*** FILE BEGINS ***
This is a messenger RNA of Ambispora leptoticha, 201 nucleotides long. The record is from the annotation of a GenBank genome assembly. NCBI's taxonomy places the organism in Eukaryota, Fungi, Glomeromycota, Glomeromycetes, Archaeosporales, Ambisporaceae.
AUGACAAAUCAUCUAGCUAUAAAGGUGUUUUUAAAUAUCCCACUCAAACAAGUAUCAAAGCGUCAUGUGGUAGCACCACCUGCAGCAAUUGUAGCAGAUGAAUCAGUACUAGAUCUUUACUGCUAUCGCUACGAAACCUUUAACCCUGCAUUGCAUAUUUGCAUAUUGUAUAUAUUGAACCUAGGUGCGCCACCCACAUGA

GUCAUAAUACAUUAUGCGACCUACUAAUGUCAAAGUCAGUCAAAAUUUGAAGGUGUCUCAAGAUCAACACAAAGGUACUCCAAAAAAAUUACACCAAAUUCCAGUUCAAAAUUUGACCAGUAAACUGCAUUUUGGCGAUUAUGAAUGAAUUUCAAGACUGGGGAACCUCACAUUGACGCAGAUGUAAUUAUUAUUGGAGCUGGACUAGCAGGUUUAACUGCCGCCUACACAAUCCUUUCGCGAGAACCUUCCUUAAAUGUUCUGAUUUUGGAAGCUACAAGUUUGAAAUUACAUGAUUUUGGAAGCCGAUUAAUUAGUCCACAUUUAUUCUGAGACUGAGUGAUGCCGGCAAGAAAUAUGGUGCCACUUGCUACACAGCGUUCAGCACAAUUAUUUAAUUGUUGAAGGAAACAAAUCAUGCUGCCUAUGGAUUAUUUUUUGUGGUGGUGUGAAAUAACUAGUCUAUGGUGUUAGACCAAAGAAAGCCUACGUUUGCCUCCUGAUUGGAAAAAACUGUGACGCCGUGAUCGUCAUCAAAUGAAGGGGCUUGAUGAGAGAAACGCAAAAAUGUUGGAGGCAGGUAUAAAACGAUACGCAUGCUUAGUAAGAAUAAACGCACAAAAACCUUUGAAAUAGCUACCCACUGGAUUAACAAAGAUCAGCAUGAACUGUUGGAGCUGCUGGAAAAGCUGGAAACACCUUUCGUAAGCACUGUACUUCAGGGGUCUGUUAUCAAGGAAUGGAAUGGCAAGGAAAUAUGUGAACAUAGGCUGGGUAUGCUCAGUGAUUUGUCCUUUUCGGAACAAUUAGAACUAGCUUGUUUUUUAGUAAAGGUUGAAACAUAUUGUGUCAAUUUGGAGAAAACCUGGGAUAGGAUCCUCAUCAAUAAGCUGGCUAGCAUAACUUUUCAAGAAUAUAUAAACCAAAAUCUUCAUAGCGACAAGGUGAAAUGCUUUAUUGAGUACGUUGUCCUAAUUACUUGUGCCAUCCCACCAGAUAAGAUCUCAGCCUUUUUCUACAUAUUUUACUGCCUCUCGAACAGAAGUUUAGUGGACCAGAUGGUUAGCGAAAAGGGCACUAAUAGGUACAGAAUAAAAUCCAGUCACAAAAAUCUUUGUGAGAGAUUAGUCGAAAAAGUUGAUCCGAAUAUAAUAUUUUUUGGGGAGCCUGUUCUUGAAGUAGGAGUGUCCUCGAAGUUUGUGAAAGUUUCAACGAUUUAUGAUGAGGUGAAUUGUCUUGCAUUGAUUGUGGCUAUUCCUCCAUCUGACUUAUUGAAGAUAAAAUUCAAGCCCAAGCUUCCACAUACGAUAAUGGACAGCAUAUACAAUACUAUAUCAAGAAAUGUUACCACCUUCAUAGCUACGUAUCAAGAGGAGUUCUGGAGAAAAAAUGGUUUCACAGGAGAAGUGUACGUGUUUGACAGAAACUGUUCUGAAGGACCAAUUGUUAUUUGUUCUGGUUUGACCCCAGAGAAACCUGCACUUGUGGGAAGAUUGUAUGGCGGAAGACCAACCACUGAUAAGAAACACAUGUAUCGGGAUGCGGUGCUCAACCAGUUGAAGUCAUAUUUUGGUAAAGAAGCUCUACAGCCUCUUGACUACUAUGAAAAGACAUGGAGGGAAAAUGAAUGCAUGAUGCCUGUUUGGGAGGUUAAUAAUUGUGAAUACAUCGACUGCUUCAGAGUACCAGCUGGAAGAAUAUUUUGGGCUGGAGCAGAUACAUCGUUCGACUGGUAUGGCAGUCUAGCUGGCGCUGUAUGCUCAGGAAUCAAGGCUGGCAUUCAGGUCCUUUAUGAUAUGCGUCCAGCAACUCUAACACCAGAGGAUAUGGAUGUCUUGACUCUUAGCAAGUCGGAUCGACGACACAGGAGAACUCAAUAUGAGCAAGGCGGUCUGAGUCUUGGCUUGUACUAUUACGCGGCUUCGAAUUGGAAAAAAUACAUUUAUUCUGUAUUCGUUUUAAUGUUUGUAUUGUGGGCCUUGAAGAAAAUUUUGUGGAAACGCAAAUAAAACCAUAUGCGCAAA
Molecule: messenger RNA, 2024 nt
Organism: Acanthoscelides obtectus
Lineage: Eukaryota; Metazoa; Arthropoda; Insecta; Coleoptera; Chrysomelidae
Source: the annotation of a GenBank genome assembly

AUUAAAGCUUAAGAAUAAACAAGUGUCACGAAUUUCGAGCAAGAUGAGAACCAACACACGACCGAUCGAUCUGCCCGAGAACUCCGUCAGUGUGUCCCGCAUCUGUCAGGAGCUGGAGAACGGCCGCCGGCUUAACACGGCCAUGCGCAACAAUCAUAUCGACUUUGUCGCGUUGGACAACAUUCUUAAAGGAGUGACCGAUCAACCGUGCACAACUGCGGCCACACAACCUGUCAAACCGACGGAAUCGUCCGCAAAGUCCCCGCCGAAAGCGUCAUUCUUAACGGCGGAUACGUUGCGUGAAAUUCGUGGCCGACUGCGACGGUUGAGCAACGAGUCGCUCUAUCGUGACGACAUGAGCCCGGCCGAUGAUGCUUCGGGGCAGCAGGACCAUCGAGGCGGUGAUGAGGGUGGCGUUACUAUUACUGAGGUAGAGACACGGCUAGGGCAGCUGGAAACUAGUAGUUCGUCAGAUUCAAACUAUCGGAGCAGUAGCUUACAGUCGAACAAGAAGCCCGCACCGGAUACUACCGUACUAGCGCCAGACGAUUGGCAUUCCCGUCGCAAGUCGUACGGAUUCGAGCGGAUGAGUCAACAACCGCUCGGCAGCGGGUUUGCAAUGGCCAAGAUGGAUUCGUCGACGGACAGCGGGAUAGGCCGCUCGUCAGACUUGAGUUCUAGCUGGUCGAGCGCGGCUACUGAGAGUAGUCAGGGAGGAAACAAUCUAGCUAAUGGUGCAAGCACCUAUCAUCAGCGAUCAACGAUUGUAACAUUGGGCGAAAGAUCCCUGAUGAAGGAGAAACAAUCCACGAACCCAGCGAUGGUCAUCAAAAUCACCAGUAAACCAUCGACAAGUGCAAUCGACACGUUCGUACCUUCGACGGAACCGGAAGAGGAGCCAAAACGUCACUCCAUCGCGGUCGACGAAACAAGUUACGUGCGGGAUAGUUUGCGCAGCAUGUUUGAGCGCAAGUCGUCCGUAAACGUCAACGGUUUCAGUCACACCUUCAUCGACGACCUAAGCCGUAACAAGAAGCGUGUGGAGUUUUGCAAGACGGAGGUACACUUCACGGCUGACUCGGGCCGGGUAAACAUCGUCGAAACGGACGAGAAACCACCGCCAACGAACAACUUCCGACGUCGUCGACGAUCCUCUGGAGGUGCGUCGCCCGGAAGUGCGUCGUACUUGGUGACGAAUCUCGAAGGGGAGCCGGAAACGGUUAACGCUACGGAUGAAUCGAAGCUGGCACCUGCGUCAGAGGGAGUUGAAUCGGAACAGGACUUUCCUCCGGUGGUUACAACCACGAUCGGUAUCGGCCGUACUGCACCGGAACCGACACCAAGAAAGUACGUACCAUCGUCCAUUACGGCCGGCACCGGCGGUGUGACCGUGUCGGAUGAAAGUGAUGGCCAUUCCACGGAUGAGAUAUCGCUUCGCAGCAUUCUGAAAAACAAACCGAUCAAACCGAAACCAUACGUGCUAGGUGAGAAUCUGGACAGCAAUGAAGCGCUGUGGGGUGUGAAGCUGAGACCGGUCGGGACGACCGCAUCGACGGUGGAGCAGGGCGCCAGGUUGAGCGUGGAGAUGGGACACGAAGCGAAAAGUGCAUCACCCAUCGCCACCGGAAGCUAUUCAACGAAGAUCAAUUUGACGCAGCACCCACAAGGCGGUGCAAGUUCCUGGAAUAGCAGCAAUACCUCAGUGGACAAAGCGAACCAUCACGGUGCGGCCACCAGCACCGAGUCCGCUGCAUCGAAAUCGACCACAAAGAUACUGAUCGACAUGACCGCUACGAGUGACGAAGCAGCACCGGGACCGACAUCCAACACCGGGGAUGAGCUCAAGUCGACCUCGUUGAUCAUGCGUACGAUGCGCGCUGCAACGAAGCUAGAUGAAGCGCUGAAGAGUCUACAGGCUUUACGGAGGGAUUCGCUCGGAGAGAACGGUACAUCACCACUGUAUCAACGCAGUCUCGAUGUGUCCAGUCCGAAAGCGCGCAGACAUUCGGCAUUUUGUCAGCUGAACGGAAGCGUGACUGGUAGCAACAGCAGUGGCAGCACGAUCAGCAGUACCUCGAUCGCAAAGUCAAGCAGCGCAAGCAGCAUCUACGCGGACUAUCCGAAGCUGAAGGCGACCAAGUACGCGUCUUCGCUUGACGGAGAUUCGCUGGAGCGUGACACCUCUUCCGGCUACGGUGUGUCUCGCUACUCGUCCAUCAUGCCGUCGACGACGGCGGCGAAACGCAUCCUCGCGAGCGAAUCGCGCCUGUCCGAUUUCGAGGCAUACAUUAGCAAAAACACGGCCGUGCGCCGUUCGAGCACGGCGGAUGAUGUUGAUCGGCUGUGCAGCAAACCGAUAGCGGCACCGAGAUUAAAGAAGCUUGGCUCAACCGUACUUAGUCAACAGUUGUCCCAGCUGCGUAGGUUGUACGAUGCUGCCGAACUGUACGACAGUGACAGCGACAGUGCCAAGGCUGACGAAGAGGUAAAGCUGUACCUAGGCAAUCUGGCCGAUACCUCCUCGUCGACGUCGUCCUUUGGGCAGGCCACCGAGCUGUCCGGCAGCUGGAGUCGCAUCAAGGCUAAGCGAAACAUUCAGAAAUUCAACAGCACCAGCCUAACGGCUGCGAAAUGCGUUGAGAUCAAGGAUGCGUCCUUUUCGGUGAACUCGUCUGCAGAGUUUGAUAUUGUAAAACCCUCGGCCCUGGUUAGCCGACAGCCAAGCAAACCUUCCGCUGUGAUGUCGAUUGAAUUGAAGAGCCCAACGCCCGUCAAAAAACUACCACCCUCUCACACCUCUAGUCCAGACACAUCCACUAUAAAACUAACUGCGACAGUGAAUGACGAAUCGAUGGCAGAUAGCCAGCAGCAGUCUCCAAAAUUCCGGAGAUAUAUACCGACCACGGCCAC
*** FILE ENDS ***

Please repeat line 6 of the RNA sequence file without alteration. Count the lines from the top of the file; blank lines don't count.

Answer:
Lineage: Eukaryota; Metazoa; Arthropoda; Insecta; Coleoptera; Chrysomelidae